There are several formats for representing meta information - some already used on the Web are MIME and PICS. The most prevalent mechanism in HTTP is to use MIME headers describing the content of the HTTP message. This representation is equivalent to "call-by-value" in that the receiver has no means of changing or otherwise accessing the information. The Link HTTP header and the Link HTML element, on the other hand, describe a relationship between two hypertext links where the value is referred to by a URL. That is, the value is not transmitted directly - only its reference which is equivalent to "call-by-reference".
By referring to metainformation using a hypertext link or URL, the metainformation itself becomes a resource. This resource is no different from any other resource and can also have metainformation associated with it. That is, the notion of metainformation and information is indistinguishable as any document can be pointed to and point to any other document. When we mention metainformation in this document we mean a resource that contains information about another resource.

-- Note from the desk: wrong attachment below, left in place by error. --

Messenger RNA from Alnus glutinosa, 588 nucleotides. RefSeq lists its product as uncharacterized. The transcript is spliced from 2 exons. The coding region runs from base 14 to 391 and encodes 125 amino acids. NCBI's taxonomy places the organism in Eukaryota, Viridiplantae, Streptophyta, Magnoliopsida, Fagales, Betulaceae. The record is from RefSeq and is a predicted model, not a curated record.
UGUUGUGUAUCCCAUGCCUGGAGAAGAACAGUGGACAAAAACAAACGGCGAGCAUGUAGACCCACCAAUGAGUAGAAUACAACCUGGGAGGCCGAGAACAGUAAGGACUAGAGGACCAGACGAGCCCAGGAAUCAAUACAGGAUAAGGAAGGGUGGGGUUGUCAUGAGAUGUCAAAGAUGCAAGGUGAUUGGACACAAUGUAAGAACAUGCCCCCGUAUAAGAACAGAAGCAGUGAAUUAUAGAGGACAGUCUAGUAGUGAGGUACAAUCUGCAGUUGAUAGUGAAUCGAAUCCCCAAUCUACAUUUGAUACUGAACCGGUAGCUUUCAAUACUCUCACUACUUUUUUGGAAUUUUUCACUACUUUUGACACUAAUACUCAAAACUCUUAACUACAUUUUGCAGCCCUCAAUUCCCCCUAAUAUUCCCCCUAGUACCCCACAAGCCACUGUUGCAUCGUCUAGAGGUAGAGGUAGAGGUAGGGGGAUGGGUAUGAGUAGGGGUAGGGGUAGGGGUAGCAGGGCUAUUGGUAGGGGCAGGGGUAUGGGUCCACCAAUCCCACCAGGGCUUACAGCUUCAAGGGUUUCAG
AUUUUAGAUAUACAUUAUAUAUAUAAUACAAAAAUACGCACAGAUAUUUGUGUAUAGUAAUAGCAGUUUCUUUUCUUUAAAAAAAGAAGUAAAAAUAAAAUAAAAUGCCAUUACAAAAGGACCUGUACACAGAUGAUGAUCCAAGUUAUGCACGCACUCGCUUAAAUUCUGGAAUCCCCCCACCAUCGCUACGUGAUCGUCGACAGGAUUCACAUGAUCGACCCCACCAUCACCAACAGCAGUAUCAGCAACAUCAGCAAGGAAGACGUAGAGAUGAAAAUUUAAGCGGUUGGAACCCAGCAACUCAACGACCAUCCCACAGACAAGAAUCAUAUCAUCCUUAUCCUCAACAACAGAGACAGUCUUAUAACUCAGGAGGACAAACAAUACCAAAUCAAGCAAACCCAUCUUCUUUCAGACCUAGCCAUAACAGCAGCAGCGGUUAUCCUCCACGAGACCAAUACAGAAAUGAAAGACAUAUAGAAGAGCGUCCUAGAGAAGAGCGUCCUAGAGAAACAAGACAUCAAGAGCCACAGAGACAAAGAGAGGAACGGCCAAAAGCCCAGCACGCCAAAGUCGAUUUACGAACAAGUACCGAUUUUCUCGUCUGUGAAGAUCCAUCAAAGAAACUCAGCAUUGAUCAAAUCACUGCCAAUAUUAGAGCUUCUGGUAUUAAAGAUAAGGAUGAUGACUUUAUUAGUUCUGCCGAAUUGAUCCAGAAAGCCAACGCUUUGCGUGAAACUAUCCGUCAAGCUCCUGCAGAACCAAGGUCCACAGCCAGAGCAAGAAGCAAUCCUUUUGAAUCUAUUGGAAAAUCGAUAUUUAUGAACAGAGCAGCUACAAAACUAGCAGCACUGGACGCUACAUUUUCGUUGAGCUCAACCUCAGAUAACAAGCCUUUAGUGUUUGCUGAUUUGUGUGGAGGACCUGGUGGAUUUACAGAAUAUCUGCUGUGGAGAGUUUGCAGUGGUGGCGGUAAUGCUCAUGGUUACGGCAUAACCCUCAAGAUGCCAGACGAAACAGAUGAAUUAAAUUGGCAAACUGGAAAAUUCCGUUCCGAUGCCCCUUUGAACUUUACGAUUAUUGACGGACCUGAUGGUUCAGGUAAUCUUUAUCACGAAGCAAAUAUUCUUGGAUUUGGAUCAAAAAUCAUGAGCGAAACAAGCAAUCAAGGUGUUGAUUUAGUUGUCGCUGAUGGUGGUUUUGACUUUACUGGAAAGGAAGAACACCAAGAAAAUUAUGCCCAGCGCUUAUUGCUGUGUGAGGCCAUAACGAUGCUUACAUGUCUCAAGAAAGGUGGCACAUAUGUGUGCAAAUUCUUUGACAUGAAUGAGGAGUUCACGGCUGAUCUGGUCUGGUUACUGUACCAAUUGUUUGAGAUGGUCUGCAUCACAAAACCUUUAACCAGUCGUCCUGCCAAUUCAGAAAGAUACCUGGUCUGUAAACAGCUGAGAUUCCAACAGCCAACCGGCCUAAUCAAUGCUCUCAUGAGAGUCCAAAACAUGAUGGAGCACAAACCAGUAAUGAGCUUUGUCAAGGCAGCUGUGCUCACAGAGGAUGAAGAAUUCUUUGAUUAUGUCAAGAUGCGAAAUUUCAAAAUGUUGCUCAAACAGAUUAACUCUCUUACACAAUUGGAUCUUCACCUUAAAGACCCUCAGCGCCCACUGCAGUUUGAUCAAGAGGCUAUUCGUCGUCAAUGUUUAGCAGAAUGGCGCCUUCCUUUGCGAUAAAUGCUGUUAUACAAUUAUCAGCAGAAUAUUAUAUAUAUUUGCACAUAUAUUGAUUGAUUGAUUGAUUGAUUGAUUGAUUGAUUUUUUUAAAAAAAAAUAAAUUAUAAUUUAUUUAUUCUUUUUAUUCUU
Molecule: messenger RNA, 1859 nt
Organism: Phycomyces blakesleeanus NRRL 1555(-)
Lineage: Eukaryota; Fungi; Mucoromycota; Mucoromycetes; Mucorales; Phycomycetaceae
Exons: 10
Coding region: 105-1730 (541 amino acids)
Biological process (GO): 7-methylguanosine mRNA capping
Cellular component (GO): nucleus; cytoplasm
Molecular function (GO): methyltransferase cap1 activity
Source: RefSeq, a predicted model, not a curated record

See the Webmap draft for all the introductory stuff. This document defines a small set of link attributes that may be dynamically extended. Attribute names are of type TEXT as defined in HTTP/1.1 specification.
In some situations, it does not make sense to represent an attribute as a
resource. For example, the "
Last-modified" attribute defined
by the HTTP/1.1 specification is often
better represented as a MIME header than as a Link attribute which would
have to be resolved by following the link. The same is the case with most
of the other headers defined in HTTP/1.1. However, if the client is to be
able to create or modify an attribute then it must be represented by a URL.
A client can create a new resource and link it to an existing resource using the Link header as shown in this example:
PUT /statistics/author.html HTTP/1.1 Link: <data.html>; rev="Author"
If a forward link attribute is to be made and "data.html" already exists then it can be done using the LINK method defined by the HTTP/1.1 specification: